Rough diamonds come in several basic shapes. The most common shape is in the form known as an octahedron. The octahedron resembles two Egyptian pyramids placed base to base, that is the usual crystal form of a diamond. A rough diamond is rarely found in the perfect octahedral shape.
Another rough shape found, especially in Brazil, is the cube. Often times the rough diamonds shape is a bit distorted, or have lost edges or edges have failed to develop. Diamond cutters will have to deal with very irregular shapes at times. The history of improving the appearance of the rough diamond is exceedingly interesting.
The earlier facetted stones were usually very similar in shape to the rough piece from which they came. In the past only when a defect had to be covered up did the cutter apply lots of facets. The methods of the diamond cutter has not changed much over the years, but the shape of the finished product has. The ancient rubbing together of stones by hand is very rarely done.
Another way to diamond cut is by attaching one of the stones in wax as a handle, while the other is rotated at a moderate speed in a specially constructed lathe type machine. The facets are sometimes polished in the same manner. The object of the slow laborious process of cutting and polishing the rough stones is to obtain as much of a total reflection of light as possible, used to dazzle the beholder. A very popular cut is the round brilliant. The brilliant serves to refract and reflect the light that falls upon it, which also takes place dispersion of white light into prismatic colors. Rarely does a cut reduce the carat weight of the stone more then fifty per cent.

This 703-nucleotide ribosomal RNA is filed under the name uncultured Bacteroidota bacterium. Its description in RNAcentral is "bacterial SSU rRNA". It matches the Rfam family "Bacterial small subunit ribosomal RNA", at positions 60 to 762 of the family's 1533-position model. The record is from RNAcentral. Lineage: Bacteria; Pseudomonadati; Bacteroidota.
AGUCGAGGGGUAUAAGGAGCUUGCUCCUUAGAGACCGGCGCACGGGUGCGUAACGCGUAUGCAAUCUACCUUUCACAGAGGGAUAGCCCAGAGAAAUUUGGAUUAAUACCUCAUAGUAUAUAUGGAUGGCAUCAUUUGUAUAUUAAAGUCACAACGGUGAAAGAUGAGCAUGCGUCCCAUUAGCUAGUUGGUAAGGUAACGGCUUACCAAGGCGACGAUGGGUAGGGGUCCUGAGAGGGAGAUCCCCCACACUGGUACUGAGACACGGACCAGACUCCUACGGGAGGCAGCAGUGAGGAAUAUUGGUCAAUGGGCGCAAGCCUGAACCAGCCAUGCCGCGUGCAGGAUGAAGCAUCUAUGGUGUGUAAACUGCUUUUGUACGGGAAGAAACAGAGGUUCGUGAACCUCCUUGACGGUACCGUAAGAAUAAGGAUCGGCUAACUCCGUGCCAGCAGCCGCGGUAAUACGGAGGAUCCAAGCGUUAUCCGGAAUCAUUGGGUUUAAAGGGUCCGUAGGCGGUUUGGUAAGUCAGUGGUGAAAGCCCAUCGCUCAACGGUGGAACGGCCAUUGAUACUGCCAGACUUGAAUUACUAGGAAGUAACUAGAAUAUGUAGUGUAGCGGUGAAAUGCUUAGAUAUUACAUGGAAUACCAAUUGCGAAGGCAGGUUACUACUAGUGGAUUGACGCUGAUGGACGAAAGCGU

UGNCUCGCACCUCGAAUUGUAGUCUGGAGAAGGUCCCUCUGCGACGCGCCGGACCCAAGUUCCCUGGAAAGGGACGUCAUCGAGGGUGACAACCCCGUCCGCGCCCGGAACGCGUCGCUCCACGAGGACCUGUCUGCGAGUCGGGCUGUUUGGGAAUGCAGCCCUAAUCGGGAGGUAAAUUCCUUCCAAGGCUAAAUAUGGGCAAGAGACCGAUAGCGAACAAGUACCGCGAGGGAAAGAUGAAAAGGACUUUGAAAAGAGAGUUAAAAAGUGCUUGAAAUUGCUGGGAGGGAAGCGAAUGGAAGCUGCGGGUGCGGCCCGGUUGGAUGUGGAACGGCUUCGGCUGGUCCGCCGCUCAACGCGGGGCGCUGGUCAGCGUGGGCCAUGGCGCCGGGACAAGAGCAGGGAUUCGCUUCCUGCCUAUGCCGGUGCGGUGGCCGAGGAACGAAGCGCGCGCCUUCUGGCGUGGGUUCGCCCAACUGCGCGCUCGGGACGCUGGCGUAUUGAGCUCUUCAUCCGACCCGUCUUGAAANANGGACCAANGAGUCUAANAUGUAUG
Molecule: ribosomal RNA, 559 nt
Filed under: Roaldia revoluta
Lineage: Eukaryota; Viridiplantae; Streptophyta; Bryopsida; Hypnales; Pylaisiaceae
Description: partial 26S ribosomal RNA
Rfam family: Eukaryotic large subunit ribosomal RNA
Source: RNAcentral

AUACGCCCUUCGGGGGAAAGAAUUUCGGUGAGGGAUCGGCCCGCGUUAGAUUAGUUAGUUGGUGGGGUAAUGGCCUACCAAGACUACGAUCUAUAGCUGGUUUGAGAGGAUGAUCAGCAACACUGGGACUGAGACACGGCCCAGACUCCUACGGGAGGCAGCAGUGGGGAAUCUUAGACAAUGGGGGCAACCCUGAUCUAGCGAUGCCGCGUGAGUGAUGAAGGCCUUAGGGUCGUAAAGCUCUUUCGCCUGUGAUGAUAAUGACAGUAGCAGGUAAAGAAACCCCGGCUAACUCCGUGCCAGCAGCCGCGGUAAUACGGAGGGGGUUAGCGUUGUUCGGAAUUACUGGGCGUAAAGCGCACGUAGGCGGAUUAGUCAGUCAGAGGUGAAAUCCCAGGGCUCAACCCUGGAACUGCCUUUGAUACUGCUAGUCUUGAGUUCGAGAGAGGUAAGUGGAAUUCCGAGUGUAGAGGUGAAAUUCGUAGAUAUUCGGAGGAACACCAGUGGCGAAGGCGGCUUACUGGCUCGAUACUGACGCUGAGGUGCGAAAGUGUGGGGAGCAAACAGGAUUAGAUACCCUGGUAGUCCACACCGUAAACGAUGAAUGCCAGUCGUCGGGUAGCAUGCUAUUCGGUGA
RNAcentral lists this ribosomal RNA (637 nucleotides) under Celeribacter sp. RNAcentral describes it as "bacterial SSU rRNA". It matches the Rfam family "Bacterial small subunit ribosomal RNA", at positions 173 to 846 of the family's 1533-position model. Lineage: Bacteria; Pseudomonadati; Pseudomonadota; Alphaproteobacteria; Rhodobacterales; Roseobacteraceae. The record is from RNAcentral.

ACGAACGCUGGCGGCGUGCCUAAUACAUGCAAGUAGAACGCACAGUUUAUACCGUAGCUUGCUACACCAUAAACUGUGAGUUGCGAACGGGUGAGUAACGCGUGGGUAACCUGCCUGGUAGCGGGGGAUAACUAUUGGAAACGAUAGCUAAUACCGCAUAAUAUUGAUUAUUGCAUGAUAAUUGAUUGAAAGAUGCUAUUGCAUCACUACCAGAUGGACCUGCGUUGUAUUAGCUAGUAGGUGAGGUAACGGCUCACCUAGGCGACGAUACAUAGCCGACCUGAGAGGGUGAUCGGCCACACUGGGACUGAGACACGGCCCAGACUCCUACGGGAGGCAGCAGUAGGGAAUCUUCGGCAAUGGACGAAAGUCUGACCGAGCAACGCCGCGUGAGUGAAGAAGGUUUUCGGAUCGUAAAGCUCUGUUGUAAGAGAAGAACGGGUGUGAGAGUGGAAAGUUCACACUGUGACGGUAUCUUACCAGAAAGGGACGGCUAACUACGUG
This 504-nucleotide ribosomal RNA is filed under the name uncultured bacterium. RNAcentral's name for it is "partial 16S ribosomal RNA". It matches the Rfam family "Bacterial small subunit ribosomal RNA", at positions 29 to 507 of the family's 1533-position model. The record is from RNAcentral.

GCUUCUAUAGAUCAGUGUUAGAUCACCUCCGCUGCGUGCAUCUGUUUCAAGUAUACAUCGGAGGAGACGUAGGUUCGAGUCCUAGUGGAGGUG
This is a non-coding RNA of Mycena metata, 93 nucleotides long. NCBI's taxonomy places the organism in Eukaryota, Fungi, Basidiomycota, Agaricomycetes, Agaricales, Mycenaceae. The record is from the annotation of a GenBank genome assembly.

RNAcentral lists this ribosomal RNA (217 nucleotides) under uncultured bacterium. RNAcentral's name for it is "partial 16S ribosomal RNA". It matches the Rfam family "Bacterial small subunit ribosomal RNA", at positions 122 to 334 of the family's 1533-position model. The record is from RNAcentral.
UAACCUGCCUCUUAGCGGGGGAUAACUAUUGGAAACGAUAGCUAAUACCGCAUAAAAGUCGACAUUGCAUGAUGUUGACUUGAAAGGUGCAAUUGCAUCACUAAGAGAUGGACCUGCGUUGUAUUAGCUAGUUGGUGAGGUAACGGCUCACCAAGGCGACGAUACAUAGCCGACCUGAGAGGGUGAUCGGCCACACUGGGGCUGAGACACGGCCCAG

There is no definite form which will totally reflect light falling upon it from every direction equally. From trial and error and experience, cutters make shapes that give maximum possible effect for light that enters the stone from the front. Cutting the stone only a few degrees different from the angles of the ideal shape, results in a decrease or increase of the brilliancy of the stone, and hence the value. To obtain total reflection of light within the brilliant, the back of the stone must be cut so that no considerable amount of light should strike it more steeply than 24 degrees from a perpendicular to the surface at the point where the light strikes. Anybody with knowledge in geometry and trigonometry can calculate what angle the back should have, after an angle has been chosen for the top. Some good angles for a diamond are 35 degrees for the top and 41 degrees for the back.
Angles cut more or less will most likely lead to less light being reflected, equaling a far less brilliant piece. Although poorly cut stones are less brilliant than well cut stones, the market is full of lumpy stones. There are many reasons for these so called lumpy stones.
Diamonds are sold by weight and have been going up in price over the years. Anything that will allow a dealer to quote a lower price per carat makes sales easier. A smaller nicer diamond will cost more per carat than a larger less finished one. Not only will a larger stone weigh more, but it will also be less labor intensive.
To the average buyer, price per carat is what is compared, so it makes sense for dealers to carry some large lumpy stones.
Mitch Endick is a short article writer for the popular jewelry site: JewelrySalesandService.com. Provides information on jewelry, rings, earrings, bracelets, necklaces and watches. His website,www.JewelrySalesandService.com also has information on diamonds, birthstones, gemstones, pearls, gold, sterling silver,and platinum.